tantrum


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tantrum

 [tan´trum]
a violent display of temper.
Miller-Keane Encyclopedia and Dictionary of Medicine, Nursing, and Allied Health, Seventh Edition. © 2003 by Saunders, an imprint of Elsevier, Inc. All rights reserved.

tan·trum

(tan'trŭm),
A fit of bad temper, especially in children.
Farlex Partner Medical Dictionary © Farlex 2012
An inappropriate display of emotion or rage, generally understood to occur in public, often by a child or immature adult
Segen's Medical Dictionary. © 2012 Farlex, Inc. All rights reserved.

tantrum

Vox populi An inappropriate display of anger. See Adult temper tantrum, Temper tantrum.
McGraw-Hill Concise Dictionary of Modern Medicine. © 2002 by The McGraw-Hill Companies, Inc.

tan·trum

(tan'trŭm)
A fit of bad temper, especially in children.
Medical Dictionary for the Health Professions and Nursing © Farlex 2012

tantrum

See TEMPER TANTRUM.
Collins Dictionary of Medicine © Robert M. Youngson 2004, 2005

tan·trum

(tan'trŭm)
A fit of bad temper, especially in children.
Medical Dictionary for the Dental Professions © Farlex 2012
References in periodicals archive ?
In a surprising key finding, the study also debunks the common belief that temper tantrums are rampant among young children.
'I just saw a giant throwing a tantrum!' he told everyone in the village.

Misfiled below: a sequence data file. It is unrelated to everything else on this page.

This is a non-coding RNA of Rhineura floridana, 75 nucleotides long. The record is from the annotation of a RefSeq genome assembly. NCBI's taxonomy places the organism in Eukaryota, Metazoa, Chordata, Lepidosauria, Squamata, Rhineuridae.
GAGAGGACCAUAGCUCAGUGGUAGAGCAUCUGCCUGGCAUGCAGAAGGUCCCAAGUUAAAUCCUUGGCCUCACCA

" Already he has started throwing tantrums for eating chips," says their mother Indu Nair, a civil servant.
Semple and his colleagues studied rhesus macaque tantrums by watching monkeys on the island of Cayo Santiago, Puerto Rico.
Mark described the unpredictability of living with his sons' tantrums: "It felt like a virtual Baghdad, never knowing when the explosions would begin or how catastrophic they would become."
Scott's mother attended to each occurrence of Scott's tantrum behavior by giving him attention and stating, "Please don't do that".
Because tantrums are upsetting and embarrassing, it is tempting to try to minimise them by giving in - but this may result in an increase in their occurrence.
SCREAMING, pinching, biting and tantrums - that's what Catherine Zeta Jones has in store as baby Dylan turns two this week.
Her tantrums were frequent, violent, and longlasting.
You could ignore the tantrum. Don't rise to it or acknowledge it, and make your child see that you are calm and not going to be moved on the subject.
It's not uncommon that a kid Alfie's age would throw a tantrum. The phase when children are 2 years old, of course, is commonly nicknamed the terrible twos.